Associate Professor and PhD Program Director Jana Diesner will serve as a keynote speaker for the fifth annual Historical Network Research Conference (HNR 2018), which will be held from September 11-13 in Brno, the Czech Republic. The conference brings together historians, social scientists, and computer scientists to foster awareness of the possibilities of network research and create opportunities for sharing cross- and multidisciplinary approaches to the networked past.
Diesner will give the keynote, "Bias Detection and Theory Validation in Social Network Analysis," in which she will address the question of how limitations with the provenance and quality of network data and human choices about measurement influence the results and implications of social network analysis.
"In my talk, I will show the impact of commonly used techniques for name disambiguation on the properties and dynamics of networks, demonstrate measurement-induced biases in our understanding of triadic closure, and discuss the impact of these findings on our assumptions about social interactions," Diesner said. "I will also present my research group's results from using standard methods for constructing semantic networks based on text data, compare common approaches with respect to their accuracy, and assess the suitability of off-the-shelf techniques for semantic network construction."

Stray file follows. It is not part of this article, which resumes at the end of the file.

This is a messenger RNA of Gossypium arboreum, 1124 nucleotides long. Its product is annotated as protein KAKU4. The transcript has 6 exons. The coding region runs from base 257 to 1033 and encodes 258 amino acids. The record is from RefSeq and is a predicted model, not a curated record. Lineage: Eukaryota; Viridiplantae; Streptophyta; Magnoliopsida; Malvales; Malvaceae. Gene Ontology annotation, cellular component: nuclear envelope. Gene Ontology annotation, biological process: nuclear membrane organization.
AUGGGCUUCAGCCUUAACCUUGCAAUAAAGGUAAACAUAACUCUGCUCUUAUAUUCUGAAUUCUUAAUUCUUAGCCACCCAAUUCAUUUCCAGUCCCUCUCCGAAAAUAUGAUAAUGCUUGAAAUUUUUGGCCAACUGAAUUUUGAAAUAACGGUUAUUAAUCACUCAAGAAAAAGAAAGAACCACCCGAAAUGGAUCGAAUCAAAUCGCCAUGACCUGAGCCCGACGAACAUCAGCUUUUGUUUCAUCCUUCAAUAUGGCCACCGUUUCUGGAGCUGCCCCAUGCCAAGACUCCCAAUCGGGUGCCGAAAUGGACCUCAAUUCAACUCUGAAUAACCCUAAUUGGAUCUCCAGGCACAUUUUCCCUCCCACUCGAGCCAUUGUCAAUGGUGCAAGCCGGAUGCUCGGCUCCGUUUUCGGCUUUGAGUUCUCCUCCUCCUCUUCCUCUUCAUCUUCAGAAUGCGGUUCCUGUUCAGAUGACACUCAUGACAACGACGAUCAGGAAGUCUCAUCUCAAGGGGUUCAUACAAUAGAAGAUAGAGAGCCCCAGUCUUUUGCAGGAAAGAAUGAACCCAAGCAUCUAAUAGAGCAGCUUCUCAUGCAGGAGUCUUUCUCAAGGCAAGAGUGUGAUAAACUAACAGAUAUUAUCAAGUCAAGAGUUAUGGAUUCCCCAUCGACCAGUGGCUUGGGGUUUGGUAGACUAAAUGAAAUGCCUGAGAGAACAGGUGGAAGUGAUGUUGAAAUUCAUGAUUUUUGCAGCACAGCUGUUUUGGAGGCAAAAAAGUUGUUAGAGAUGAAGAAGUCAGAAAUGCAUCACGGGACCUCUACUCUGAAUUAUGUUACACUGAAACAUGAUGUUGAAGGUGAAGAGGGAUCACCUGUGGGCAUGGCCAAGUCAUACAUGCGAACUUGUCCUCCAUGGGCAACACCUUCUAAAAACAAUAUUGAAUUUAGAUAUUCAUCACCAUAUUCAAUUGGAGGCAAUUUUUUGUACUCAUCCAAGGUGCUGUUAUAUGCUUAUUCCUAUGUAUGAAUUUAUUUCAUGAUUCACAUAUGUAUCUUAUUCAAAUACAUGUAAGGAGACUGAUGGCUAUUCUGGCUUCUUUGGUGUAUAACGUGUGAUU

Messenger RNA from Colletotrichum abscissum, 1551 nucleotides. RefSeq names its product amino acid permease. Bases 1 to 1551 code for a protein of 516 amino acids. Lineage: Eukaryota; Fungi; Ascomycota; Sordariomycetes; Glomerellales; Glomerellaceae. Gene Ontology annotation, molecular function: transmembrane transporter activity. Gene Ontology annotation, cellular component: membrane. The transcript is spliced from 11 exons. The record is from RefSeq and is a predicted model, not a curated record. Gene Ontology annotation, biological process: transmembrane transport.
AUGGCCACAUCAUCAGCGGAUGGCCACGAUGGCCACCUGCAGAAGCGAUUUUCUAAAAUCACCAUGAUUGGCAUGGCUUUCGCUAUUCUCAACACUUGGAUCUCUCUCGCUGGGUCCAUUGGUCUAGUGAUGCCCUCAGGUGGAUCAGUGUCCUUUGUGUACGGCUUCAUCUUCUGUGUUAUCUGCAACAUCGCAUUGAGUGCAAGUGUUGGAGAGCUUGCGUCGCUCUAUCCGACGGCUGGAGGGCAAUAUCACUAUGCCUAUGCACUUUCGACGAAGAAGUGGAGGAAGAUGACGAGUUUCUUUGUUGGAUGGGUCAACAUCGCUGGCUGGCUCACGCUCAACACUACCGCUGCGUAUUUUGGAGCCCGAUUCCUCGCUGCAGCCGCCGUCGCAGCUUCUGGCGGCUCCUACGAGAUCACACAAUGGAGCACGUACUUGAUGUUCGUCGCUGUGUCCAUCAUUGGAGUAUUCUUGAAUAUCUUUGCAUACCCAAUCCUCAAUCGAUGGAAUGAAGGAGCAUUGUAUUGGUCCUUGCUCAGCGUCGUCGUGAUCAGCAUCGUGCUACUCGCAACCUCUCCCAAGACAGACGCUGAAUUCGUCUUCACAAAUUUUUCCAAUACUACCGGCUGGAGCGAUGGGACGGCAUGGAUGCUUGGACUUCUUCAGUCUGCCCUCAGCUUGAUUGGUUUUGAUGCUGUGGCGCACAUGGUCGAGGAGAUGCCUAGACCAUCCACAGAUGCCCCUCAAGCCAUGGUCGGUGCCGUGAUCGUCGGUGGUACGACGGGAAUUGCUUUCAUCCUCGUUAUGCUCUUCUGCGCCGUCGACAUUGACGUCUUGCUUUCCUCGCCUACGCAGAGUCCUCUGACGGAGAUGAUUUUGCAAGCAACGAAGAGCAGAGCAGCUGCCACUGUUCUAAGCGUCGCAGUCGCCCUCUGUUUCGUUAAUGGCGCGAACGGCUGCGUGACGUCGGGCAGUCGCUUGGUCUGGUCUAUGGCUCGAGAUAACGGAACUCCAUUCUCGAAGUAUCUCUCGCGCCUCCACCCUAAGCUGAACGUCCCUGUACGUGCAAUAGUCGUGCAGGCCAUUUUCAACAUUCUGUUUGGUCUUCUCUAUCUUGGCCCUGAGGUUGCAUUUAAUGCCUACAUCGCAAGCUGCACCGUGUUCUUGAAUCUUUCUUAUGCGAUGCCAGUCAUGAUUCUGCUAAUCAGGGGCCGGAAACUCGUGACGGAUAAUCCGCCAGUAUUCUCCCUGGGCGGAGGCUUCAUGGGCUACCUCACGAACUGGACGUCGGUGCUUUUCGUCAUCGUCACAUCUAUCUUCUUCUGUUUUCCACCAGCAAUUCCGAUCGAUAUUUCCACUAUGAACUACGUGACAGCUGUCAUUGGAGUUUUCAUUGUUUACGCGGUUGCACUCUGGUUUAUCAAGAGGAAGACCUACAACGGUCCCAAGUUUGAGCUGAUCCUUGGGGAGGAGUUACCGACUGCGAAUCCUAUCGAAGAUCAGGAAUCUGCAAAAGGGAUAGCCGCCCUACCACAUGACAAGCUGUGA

Diesner's research in human-centered data science and social computing combines methods from network science, natural language processing, and machine learning with theories from the social sciences, humanities, and linguistics to advance knowledge and discovery about interaction-based and information-based systems. Recent recognition for her research expertise includes a Linowes Fellowship from the Cline Center for Advanced Social Research at Illinois (2018), a R.C. Evans Data Analytics Fellowship from the Deloitte Foundation Center for Business Analytics at Illinois (2018), and an appointment as the CIO Scholar for Information Research & Technology at Illinois (2018). Diesner has published more than 55 referred articles. She received her PhD from Carnegie Mellon University's School of Computer Science (2012).